Grief is messy, and grieving can be confusing. For children, the big emotions often can’t be labelled and they pop up out of nowhere. The grieving child puddles in and out of their intense grief. One moment they are overcome with missing their person, next moment they are asking for the ketchup to have with dinner.
Understanding the signs of grief and helping children to talk about how they feel takes time and practise. As their special adult you are most likely grieving too, finding time for your own grief once you have dealt with their needs.
Our team of support workers listen to bereaved families and the challenges they face. Here are some ideas of ways you can communicate with others to help get the support you need.
Remind teachers and school staff of your family dynamic
Every new academic year brings new adults into your child’s life at school. It can be helpful for them to know that your child is bereaved and any potential triggers. This could be an email to remind them or asking for a meeting with a new class teacher or Head of Year. Things to point out to staff is an increased sensitivity around mothers or fathers day, remembrance day, key texts read in class (stories that look at loss) or learning about illnesses in science).
Leaving a loved one at the start of a school day can be hard
Bereaved children of any age can worry about saying goodbye in the morning and what might happen during the day. They can experience more intense feelings of worry. Have a clear routine so you and your child know what’s happening. This routine can be more important in times of change. Speak to school about contact with your child during the day and it that is something that they can help with. Some children need to feel connected to their adult during the day.
Allow for anger and give space for big feelings
Children need to show their feelings when a loved one dies. Anger is a difficult feeling as its usually shown towards you as their trusted adult. If you can, help you child recognise their feelings of anger when they are emerging. Have something that they can ‘do’ when they start to feel really cross – kicking a ball around, trampoline, throwing bean bags. If it helps, do it together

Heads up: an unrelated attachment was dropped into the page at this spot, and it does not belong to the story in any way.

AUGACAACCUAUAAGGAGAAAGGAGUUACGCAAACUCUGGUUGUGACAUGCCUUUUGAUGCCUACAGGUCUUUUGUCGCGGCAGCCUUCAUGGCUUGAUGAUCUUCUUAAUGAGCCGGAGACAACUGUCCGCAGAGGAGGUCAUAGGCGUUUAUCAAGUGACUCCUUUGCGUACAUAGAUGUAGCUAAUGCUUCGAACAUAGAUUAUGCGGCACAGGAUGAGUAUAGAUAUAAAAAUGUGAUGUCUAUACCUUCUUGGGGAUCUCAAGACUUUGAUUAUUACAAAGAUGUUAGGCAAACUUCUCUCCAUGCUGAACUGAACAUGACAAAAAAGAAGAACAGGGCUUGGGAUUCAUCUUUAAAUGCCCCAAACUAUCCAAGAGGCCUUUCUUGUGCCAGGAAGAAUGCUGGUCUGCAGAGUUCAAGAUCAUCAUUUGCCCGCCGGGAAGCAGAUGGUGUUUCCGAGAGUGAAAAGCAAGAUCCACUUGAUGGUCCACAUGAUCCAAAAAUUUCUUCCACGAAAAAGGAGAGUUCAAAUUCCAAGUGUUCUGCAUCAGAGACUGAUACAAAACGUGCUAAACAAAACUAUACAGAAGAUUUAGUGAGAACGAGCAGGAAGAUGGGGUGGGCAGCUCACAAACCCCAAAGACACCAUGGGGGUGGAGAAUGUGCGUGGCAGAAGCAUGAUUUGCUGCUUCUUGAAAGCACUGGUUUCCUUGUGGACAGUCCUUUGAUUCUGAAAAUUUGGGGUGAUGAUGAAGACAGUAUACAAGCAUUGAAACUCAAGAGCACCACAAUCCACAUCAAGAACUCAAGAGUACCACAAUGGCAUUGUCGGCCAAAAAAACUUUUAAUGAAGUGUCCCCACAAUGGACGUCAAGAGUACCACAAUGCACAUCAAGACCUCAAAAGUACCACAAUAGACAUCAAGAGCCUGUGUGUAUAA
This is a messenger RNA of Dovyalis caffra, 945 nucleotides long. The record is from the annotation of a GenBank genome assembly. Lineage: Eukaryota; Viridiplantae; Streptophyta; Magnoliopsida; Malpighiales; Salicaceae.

Make time for sadness and reflection
Just as anger creeps in uninvited, so can sadness. Children can appreciate this time to reflect, maybe having a ‘comfort box’ of special things could help them. A favourite teddy, a comforting smell or something to help them feel close to their loved one could all be inside. Over time, they may recognise when they need to look at their comfort box.
A child’s understanding of death changes over time
You may find that even when some time has passed your child is asking questions you thought you had already answered. As children grow up their understanding will change along with their development. So if they were bereaved as a 5 year old, when they are 10 they could have a different understanding or questions about how or why their loved one died. Be as open and as honest as you feel you can, try to be age appropriate too.
Reach out for support, however small you think your question may be
Our support workers are on hand to listen, suggest and offer guidance if anything worries you about your child’s behaviour. Please do contact us via our Helpline, our website or using the contact details you were given after a referral.
We are here for you. For anyone struggling to cope, our helpline is open Monday – Friday, 9.30am – 12.30pm. Call 01342 313895 if you need support or advice. We help bereaved children and young people and those facing the death of a loved one in Surrey, Crawley, Mid Sussex and West Kent.